As written by Maxine E, a fully qualified UK teacher, and private tutor offering academic support and mentorship in English, Art and Study Skills. Maxine has taught in both Primary and Secondary schools in London, since 2010 and has completed over 2500 hours of private tutoring. To book Maxine as your private tutor, please call +44 (0)207 3856795 or email firstname.lastname@example.org.
My daughter was my inspiration to become a teacher.
I was (still am) dyslexic.
I remember what it felt like to be a reluctant learner.
Those elements combined to create the perfect storm and me into the teacher I am today.
“Have a hook!” (sage advice from my first Head). Not only does this “hook” get their attention, keeping it is a different matter entirely, but it creates a spark, a subtle seed of interest from which their curiosity, fascination and enjoyment of learning can grow. The ‘hook’ comes in all shapes and sizes. It is relevant or random, expected or surprised, planned or spontaneous, but it should last a lifetime…or at least a term or two.
I am in the unique position of having taught in both Primary and Secondary education and being well versed in National Curriculum expectations across all Key Stages has its advantages. You can create hooks and links in student’s learning which helps them consolidate their studies without even realising it. A lesson on Oliver Twist can soon descend into a science lesson if you borrow a skeleton from the Art Department to create Nancy’s corpse. Classrooms become crime scenes, Picasso eases those with an aversion to maths into protractor wielding ninjas once they’ve navigated a Cubist painting. No student will ever forget where or why Archduke Ferdinand was assassinated if Lego is employed and the photographer Slinkachu is copied. Hooks everywhere; the reluctant learner doesn’t even realise they are learning until it’s too late!
This theory was tested when I became a secondary school teacher and given a class of “Band 4” (the school’s terminology, not mine) “challenging students, both academically and behaviourally”. They weren’t joking. After much soul searching, it came down to confidence, frustration and no fun. As Einstein lamented, ‘’It is nothing short of a miracle that modern methods of instruction have not yet entirely strangled the holy curiosity of inquiry.” I needed the biggest hook of my career, I needed to escape the classroom…with my reluctant students in tow.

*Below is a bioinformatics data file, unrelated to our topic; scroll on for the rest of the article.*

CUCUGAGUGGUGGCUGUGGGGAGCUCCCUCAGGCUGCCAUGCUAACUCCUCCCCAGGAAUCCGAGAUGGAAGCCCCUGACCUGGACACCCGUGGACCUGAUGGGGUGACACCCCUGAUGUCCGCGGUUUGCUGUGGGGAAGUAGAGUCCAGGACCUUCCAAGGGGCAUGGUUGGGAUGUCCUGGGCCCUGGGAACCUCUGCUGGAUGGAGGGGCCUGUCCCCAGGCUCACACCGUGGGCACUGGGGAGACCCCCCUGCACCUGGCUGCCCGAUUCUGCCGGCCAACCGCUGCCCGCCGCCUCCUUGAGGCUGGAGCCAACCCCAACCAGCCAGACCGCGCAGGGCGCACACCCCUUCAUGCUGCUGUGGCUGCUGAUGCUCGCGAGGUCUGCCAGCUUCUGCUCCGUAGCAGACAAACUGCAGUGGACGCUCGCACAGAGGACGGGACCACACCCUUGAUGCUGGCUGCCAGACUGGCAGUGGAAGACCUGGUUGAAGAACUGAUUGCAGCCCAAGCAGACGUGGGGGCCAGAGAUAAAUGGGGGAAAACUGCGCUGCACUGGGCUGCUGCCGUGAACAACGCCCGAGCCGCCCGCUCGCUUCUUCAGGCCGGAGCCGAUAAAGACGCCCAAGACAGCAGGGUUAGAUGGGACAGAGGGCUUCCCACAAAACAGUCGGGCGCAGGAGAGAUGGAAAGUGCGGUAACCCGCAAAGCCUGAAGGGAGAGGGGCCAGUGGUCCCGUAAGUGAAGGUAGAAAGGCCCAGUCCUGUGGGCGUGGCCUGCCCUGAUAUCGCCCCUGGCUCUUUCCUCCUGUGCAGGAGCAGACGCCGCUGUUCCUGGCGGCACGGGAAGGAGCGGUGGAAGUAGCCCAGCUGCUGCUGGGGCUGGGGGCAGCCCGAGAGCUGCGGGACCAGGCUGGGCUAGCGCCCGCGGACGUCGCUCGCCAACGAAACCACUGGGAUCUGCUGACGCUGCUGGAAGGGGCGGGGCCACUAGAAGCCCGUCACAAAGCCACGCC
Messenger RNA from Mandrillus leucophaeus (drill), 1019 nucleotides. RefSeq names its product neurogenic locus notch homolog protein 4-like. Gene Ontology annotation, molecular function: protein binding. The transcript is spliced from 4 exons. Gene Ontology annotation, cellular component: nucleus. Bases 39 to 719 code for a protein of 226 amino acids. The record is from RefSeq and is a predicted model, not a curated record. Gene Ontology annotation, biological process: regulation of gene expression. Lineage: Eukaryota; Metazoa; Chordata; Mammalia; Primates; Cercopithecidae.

The excitement of a class trip in Primary school is one thing, in Secondary, it becomes a whole other level. Secondary education expects the grind, the head-down, the rote, the monotony that gets results, so to escape the confines of the school walls in the middle of the day to spend time ‘learning’ in a museum or gaining work experience left my teenagers quite giddy. A trip out can-do wonders for a student’s confidence and frustrations, they are suddenly faced with the prospect of meeting ‘non-teachers’ and having these individuals put their faith in them. The sudden trust and expectation from a stranger, with no correlation to a grade, is intoxicating. It transforms the lethargic teenager into a loquacious minefield. Reluctance to learning begins to take a back seat. In addition, the physical change of scene does wonders for waking them up. Usually slouched in chairs, barely able to keep an eye open let alone write the date and underline it, students suddenly possess laser focus and a killer instinct for facts – the 5 W’s coupled with an inability to not accept the first answer is quite disarming. They thrive when inspired, blossom when trusted and their confidence soars when their self-worth is not entirely measured on a number. The reluctant learner does exactly that: learn.
Its easy to get lost in a world of exams and applications, so I continue to mentors’ older students to develop and showcase their employability skills, especially those students whose learning have lacked hooks and grade 9’s are but a distant dream. Reluctant learners thrive with work experience.
“It is the supreme art of the teacher to awaken joy in creative expression and knowledge’‘; in other words, have a hook.